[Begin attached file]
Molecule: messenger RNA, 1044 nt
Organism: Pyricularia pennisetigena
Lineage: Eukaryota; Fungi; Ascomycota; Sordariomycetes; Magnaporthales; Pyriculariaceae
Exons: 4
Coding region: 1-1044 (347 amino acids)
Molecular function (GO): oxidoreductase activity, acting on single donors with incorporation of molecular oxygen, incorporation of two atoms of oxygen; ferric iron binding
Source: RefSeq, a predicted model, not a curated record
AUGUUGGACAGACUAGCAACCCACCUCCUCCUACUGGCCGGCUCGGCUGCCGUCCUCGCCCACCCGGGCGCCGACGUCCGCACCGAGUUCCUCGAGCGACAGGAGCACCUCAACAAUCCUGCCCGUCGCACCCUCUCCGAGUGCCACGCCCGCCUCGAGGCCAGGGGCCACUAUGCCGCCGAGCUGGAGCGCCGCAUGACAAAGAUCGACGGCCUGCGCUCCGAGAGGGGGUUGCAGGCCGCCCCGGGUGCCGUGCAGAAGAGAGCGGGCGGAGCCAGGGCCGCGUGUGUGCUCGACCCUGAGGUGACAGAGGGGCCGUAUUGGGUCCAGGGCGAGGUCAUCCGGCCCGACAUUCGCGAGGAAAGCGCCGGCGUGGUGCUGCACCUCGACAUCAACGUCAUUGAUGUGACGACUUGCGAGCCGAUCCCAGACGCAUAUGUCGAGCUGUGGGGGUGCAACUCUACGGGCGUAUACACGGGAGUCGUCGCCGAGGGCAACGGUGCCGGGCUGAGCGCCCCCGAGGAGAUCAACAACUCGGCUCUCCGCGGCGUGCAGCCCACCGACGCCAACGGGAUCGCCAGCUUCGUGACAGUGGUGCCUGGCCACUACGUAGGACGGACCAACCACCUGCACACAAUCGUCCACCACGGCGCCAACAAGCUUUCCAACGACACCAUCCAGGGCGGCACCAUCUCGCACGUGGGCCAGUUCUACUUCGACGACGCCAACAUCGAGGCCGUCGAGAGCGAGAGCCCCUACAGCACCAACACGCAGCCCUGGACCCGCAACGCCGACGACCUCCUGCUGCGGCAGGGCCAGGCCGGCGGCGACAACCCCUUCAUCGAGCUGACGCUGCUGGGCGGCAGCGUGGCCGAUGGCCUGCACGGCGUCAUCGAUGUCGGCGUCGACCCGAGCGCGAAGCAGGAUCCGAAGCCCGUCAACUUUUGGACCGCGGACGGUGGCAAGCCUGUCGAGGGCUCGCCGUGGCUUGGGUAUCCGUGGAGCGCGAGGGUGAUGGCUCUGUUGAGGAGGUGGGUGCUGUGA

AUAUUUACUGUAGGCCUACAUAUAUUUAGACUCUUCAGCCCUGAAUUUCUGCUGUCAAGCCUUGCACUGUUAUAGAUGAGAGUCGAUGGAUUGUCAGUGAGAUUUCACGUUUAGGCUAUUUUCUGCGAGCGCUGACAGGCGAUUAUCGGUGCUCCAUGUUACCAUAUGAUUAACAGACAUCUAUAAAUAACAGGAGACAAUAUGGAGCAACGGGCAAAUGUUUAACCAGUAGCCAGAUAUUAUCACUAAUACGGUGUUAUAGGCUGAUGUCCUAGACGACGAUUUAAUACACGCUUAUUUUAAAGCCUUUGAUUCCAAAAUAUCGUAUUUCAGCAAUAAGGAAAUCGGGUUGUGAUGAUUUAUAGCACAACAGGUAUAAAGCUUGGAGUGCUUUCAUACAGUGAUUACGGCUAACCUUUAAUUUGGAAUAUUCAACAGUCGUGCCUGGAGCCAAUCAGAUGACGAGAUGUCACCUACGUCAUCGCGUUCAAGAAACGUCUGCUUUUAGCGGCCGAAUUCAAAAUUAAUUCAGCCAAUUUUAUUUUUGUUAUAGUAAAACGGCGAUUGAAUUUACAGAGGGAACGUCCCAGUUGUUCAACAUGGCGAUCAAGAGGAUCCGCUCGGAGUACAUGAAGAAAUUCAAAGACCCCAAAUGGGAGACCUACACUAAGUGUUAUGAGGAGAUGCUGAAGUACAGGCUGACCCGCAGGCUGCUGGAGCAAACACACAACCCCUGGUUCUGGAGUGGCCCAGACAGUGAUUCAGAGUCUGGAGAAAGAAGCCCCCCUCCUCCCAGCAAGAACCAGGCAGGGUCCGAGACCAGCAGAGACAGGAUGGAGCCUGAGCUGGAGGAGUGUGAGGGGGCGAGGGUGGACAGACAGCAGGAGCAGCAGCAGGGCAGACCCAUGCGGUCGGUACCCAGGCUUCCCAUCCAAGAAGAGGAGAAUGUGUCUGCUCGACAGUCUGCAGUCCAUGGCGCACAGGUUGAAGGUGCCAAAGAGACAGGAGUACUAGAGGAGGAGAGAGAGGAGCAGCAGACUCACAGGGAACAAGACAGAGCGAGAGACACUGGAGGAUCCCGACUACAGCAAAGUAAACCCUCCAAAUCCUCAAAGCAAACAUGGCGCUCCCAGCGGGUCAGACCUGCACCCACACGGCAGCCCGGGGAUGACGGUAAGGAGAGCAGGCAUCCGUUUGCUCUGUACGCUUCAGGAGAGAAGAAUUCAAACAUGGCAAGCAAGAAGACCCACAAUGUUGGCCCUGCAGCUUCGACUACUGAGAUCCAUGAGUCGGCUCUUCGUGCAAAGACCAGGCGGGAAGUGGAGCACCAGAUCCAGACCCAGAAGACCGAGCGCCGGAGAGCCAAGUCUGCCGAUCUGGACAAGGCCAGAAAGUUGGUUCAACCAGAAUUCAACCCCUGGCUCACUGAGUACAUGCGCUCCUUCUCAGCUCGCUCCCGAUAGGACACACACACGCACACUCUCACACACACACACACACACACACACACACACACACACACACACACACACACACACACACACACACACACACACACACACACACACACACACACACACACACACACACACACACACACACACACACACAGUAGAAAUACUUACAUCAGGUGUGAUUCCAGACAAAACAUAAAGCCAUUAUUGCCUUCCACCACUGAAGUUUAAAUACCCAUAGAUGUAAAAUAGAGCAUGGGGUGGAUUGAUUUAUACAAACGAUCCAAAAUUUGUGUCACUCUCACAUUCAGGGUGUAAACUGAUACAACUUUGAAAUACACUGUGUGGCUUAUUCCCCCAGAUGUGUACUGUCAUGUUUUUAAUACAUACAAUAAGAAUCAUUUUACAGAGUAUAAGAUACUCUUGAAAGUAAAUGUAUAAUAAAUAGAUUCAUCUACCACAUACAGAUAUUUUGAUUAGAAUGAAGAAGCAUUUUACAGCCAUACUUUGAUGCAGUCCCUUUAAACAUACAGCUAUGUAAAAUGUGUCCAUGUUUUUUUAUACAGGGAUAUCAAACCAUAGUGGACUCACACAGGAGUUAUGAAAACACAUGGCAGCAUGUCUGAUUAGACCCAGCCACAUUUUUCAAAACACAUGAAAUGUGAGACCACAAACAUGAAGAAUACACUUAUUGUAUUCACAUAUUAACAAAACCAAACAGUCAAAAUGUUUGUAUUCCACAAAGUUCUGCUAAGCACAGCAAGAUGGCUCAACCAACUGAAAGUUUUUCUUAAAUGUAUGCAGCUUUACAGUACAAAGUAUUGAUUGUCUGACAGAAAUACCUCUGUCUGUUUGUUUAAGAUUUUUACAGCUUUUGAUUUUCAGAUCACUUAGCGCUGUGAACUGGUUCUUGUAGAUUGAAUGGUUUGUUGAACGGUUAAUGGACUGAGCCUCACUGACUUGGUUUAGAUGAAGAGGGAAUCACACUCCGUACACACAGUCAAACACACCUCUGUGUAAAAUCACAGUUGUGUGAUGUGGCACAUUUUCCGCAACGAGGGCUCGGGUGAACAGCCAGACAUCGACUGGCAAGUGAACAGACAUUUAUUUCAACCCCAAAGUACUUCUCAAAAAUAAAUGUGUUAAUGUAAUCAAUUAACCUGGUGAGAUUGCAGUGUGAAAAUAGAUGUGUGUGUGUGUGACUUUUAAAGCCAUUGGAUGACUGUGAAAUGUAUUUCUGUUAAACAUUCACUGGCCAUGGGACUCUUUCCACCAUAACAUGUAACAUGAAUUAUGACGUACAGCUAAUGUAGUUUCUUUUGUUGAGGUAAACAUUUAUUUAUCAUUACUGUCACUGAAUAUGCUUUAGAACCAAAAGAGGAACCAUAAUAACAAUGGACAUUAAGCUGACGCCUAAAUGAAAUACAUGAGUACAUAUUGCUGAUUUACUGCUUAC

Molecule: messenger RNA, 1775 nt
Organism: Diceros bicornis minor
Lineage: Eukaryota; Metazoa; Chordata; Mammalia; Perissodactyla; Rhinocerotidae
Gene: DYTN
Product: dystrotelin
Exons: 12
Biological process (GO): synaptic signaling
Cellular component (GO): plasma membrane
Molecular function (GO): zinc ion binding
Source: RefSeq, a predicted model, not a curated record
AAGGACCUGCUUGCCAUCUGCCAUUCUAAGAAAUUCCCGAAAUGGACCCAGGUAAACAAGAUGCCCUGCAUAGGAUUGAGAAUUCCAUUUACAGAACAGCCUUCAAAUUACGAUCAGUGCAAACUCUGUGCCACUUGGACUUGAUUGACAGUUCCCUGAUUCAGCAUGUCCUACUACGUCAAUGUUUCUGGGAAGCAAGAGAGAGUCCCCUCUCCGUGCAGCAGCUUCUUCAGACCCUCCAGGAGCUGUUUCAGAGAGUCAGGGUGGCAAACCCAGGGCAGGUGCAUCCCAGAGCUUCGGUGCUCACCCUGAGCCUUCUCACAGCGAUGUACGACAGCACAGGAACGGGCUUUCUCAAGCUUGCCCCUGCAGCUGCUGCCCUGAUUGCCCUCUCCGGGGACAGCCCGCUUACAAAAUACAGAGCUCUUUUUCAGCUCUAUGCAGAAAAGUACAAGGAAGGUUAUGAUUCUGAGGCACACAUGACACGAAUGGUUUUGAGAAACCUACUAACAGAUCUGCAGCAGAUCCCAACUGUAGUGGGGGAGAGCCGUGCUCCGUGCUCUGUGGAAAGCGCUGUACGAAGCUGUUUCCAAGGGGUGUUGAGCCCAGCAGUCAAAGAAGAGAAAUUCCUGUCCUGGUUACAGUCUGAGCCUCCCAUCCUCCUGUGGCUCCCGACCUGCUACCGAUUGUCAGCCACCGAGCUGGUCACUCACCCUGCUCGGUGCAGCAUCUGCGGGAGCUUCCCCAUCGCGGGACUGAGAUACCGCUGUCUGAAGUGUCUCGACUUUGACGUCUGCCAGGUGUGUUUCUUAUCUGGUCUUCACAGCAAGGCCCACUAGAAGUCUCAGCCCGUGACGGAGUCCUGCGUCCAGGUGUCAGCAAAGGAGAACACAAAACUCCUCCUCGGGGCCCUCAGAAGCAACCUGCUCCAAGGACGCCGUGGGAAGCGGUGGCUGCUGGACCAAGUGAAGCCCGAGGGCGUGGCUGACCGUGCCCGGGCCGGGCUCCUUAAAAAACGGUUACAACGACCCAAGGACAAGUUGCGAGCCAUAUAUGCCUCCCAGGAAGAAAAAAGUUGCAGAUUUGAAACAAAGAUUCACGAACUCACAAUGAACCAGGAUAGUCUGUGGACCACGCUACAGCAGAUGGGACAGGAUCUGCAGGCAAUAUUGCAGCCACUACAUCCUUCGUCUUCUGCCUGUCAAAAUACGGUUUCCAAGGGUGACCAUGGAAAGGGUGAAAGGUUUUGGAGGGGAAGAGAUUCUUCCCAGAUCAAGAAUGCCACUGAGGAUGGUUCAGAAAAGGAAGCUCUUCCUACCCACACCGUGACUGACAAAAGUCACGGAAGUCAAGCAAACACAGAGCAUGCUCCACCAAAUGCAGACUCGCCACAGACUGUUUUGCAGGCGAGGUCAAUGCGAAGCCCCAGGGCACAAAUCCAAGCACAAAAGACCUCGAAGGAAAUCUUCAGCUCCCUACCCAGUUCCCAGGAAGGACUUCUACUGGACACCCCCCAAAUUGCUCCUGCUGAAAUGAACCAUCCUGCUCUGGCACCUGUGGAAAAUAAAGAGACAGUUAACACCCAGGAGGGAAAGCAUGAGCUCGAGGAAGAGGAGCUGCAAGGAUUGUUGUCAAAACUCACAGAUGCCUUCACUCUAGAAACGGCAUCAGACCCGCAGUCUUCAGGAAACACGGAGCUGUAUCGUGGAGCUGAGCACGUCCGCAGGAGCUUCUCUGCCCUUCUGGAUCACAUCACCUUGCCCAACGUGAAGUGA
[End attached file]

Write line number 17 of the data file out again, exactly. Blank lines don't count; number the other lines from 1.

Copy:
Cellular component (GO): plasma membrane